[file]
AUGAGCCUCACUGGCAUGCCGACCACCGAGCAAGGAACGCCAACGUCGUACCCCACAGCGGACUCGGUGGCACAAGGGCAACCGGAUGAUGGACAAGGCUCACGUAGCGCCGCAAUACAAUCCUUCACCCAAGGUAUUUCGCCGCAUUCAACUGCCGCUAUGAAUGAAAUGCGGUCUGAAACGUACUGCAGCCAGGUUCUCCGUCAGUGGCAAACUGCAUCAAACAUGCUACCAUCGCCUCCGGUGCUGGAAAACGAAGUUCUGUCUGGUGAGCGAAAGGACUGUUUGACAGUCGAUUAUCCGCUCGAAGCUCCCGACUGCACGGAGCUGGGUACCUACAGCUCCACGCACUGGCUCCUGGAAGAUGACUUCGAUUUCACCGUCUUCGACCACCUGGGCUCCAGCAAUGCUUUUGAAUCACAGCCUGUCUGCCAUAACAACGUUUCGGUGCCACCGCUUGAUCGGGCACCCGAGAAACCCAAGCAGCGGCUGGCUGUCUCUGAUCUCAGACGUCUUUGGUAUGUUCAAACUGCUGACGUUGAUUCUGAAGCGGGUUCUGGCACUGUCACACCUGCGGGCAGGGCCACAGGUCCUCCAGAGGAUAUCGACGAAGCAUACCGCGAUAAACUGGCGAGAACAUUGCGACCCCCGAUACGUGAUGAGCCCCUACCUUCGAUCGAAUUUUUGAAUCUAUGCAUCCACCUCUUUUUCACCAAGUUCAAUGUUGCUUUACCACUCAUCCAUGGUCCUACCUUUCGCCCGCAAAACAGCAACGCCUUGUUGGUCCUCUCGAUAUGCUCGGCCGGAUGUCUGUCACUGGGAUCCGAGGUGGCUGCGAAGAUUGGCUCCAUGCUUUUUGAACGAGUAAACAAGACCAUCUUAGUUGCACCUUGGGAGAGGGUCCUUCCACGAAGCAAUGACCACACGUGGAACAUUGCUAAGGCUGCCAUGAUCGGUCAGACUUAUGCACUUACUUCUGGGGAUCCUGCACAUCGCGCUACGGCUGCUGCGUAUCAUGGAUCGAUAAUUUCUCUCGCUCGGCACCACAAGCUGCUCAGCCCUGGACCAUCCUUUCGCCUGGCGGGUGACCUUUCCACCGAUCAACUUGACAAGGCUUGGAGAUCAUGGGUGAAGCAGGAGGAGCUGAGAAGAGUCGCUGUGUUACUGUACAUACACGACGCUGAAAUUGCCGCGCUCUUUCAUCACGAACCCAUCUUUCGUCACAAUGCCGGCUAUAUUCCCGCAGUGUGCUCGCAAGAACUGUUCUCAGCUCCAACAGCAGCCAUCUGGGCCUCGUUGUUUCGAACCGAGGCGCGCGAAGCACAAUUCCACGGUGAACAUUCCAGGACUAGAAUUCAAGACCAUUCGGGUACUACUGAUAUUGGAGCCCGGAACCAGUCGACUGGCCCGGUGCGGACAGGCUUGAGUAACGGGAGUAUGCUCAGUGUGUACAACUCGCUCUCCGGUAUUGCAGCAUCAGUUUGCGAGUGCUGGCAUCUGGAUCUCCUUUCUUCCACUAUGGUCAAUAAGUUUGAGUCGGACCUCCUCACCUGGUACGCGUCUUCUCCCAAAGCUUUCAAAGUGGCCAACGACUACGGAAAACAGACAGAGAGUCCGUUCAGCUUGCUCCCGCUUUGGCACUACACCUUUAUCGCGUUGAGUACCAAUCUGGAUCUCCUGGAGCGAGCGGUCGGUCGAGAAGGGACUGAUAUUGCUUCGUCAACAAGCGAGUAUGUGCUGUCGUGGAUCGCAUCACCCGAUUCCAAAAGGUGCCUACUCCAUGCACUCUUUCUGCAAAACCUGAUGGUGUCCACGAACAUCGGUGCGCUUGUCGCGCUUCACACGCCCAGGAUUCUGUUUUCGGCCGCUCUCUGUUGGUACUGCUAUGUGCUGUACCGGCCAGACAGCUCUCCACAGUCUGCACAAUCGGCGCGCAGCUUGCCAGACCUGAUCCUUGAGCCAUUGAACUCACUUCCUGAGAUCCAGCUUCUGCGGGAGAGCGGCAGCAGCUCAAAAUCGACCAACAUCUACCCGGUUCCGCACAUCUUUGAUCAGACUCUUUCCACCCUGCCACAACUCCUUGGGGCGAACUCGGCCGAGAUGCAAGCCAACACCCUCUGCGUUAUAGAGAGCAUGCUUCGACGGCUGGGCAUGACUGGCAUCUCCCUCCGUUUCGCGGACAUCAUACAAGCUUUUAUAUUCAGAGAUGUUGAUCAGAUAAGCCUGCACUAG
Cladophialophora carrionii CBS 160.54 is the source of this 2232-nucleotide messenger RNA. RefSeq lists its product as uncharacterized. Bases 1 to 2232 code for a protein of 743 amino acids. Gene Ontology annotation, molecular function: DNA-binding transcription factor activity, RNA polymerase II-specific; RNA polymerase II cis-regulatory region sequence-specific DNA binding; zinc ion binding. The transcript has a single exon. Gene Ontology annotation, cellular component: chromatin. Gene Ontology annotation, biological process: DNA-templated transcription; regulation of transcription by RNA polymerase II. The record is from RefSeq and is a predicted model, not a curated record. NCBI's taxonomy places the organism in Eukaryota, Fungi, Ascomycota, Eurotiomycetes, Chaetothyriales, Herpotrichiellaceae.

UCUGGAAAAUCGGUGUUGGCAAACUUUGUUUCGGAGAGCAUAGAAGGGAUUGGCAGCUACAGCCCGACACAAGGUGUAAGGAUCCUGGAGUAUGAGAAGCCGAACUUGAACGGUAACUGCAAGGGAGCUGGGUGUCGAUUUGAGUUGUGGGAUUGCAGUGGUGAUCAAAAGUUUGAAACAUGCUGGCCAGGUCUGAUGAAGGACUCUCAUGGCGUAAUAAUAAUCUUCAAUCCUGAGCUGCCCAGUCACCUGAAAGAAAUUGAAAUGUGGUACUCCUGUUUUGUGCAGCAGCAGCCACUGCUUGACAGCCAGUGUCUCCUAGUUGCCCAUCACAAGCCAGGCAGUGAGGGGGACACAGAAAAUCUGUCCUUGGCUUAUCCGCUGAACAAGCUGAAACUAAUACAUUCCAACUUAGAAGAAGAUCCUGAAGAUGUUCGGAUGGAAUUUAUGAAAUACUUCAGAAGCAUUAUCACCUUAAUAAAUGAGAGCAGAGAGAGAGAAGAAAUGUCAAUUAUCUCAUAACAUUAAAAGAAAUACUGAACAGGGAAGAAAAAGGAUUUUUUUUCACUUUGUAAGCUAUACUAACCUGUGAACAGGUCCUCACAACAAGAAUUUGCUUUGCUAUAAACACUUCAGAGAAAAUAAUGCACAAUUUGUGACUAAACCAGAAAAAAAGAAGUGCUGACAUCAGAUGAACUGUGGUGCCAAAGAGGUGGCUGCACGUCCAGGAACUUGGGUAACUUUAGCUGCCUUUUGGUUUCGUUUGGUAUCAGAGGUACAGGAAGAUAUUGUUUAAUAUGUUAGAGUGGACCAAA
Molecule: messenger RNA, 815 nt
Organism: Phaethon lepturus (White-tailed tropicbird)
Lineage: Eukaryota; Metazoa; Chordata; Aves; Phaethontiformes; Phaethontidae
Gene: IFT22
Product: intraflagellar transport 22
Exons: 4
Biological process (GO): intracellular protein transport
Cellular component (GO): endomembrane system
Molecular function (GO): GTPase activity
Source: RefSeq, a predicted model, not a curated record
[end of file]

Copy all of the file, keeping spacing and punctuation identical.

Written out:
AUGAGCCUCACUGGCAUGCCGACCACCGAGCAAGGAACGCCAACGUCGUACCCCACAGCGGACUCGGUGGCACAAGGGCAACCGGAUGAUGGACAAGGCUCACGUAGCGCCGCAAUACAAUCCUUCACCCAAGGUAUUUCGCCGCAUUCAACUGCCGCUAUGAAUGAAAUGCGGUCUGAAACGUACUGCAGCCAGGUUCUCCGUCAGUGGCAAACUGCAUCAAACAUGCUACCAUCGCCUCCGGUGCUGGAAAACGAAGUUCUGUCUGGUGAGCGAAAGGACUGUUUGACAGUCGAUUAUCCGCUCGAAGCUCCCGACUGCACGGAGCUGGGUACCUACAGCUCCACGCACUGGCUCCUGGAAGAUGACUUCGAUUUCACCGUCUUCGACCACCUGGGCUCCAGCAAUGCUUUUGAAUCACAGCCUGUCUGCCAUAACAACGUUUCGGUGCCACCGCUUGAUCGGGCACCCGAGAAACCCAAGCAGCGGCUGGCUGUCUCUGAUCUCAGACGUCUUUGGUAUGUUCAAACUGCUGACGUUGAUUCUGAAGCGGGUUCUGGCACUGUCACACCUGCGGGCAGGGCCACAGGUCCUCCAGAGGAUAUCGACGAAGCAUACCGCGAUAAACUGGCGAGAACAUUGCGACCCCCGAUACGUGAUGAGCCCCUACCUUCGAUCGAAUUUUUGAAUCUAUGCAUCCACCUCUUUUUCACCAAGUUCAAUGUUGCUUUACCACUCAUCCAUGGUCCUACCUUUCGCCCGCAAAACAGCAACGCCUUGUUGGUCCUCUCGAUAUGCUCGGCCGGAUGUCUGUCACUGGGAUCCGAGGUGGCUGCGAAGAUUGGCUCCAUGCUUUUUGAACGAGUAAACAAGACCAUCUUAGUUGCACCUUGGGAGAGGGUCCUUCCACGAAGCAAUGACCACACGUGGAACAUUGCUAAGGCUGCCAUGAUCGGUCAGACUUAUGCACUUACUUCUGGGGAUCCUGCACAUCGCGCUACGGCUGCUGCGUAUCAUGGAUCGAUAAUUUCUCUCGCUCGGCACCACAAGCUGCUCAGCCCUGGACCAUCCUUUCGCCUGGCGGGUGACCUUUCCACCGAUCAACUUGACAAGGCUUGGAGAUCAUGGGUGAAGCAGGAGGAGCUGAGAAGAGUCGCUGUGUUACUGUACAUACACGACGCUGAAAUUGCCGCGCUCUUUCAUCACGAACCCAUCUUUCGUCACAAUGCCGGCUAUAUUCCCGCAGUGUGCUCGCAAGAACUGUUCUCAGCUCCAACAGCAGCCAUCUGGGCCUCGUUGUUUCGAACCGAGGCGCGCGAAGCACAAUUCCACGGUGAACAUUCCAGGACUAGAAUUCAAGACCAUUCGGGUACUACUGAUAUUGGAGCCCGGAACCAGUCGACUGGCCCGGUGCGGACAGGCUUGAGUAACGGGAGUAUGCUCAGUGUGUACAACUCGCUCUCCGGUAUUGCAGCAUCAGUUUGCGAGUGCUGGCAUCUGGAUCUCCUUUCUUCCACUAUGGUCAAUAAGUUUGAGUCGGACCUCCUCACCUGGUACGCGUCUUCUCCCAAAGCUUUCAAAGUGGCCAACGACUACGGAAAACAGACAGAGAGUCCGUUCAGCUUGCUCCCGCUUUGGCACUACACCUUUAUCGCGUUGAGUACCAAUCUGGAUCUCCUGGAGCGAGCGGUCGGUCGAGAAGGGACUGAUAUUGCUUCGUCAACAAGCGAGUAUGUGCUGUCGUGGAUCGCAUCACCCGAUUCCAAAAGGUGCCUACUCCAUGCACUCUUUCUGCAAAACCUGAUGGUGUCCACGAACAUCGGUGCGCUUGUCGCGCUUCACACGCCCAGGAUUCUGUUUUCGGCCGCUCUCUGUUGGUACUGCUAUGUGCUGUACCGGCCAGACAGCUCUCCACAGUCUGCACAAUCGGCGCGCAGCUUGCCAGACCUGAUCCUUGAGCCAUUGAACUCACUUCCUGAGAUCCAGCUUCUGCGGGAGAGCGGCAGCAGCUCAAAAUCGACCAACAUCUACCCGGUUCCGCACAUCUUUGAUCAGACUCUUUCCACCCUGCCACAACUCCUUGGGGCGAACUCGGCCGAGAUGCAAGCCAACACCCUCUGCGUUAUAGAGAGCAUGCUUCGACGGCUGGGCAUGACUGGCAUCUCCCUCCGUUUCGCGGACAUCAUACAAGCUUUUAUAUUCAGAGAUGUUGAUCAGAUAAGCCUGCACUAG
Cladophialophora carrionii CBS 160.54 is the source of this 2232-nucleotide messenger RNA. RefSeq lists its product as uncharacterized. Bases 1 to 2232 code for a protein of 743 amino acids. Gene Ontology annotation, molecular function: DNA-binding transcription factor activity, RNA polymerase II-specific; RNA polymerase II cis-regulatory region sequence-specific DNA binding; zinc ion binding. The transcript has a single exon. Gene Ontology annotation, cellular component: chromatin. Gene Ontology annotation, biological process: DNA-templated transcription; regulation of transcription by RNA polymerase II. The record is from RefSeq and is a predicted model, not a curated record. NCBI's taxonomy places the organism in Eukaryota, Fungi, Ascomycota, Eurotiomycetes, Chaetothyriales, Herpotrichiellaceae.

UCUGGAAAAUCGGUGUUGGCAAACUUUGUUUCGGAGAGCAUAGAAGGGAUUGGCAGCUACAGCCCGACACAAGGUGUAAGGAUCCUGGAGUAUGAGAAGCCGAACUUGAACGGUAACUGCAAGGGAGCUGGGUGUCGAUUUGAGUUGUGGGAUUGCAGUGGUGAUCAAAAGUUUGAAACAUGCUGGCCAGGUCUGAUGAAGGACUCUCAUGGCGUAAUAAUAAUCUUCAAUCCUGAGCUGCCCAGUCACCUGAAAGAAAUUGAAAUGUGGUACUCCUGUUUUGUGCAGCAGCAGCCACUGCUUGACAGCCAGUGUCUCCUAGUUGCCCAUCACAAGCCAGGCAGUGAGGGGGACACAGAAAAUCUGUCCUUGGCUUAUCCGCUGAACAAGCUGAAACUAAUACAUUCCAACUUAGAAGAAGAUCCUGAAGAUGUUCGGAUGGAAUUUAUGAAAUACUUCAGAAGCAUUAUCACCUUAAUAAAUGAGAGCAGAGAGAGAGAAGAAAUGUCAAUUAUCUCAUAACAUUAAAAGAAAUACUGAACAGGGAAGAAAAAGGAUUUUUUUUCACUUUGUAAGCUAUACUAACCUGUGAACAGGUCCUCACAACAAGAAUUUGCUUUGCUAUAAACACUUCAGAGAAAAUAAUGCACAAUUUGUGACUAAACCAGAAAAAAAGAAGUGCUGACAUCAGAUGAACUGUGGUGCCAAAGAGGUGGCUGCACGUCCAGGAACUUGGGUAACUUUAGCUGCCUUUUGGUUUCGUUUGGUAUCAGAGGUACAGGAAGAUAUUGUUUAAUAUGUUAGAGUGGACCAAA
Molecule: messenger RNA, 815 nt
Organism: Phaethon lepturus (White-tailed tropicbird)
Lineage: Eukaryota; Metazoa; Chordata; Aves; Phaethontiformes; Phaethontidae
Gene: IFT22
Product: intraflagellar transport 22
Exons: 4
Biological process (GO): intracellular protein transport
Cellular component (GO): endomembrane system
Molecular function (GO): GTPase activity
Source: RefSeq, a predicted model, not a curated record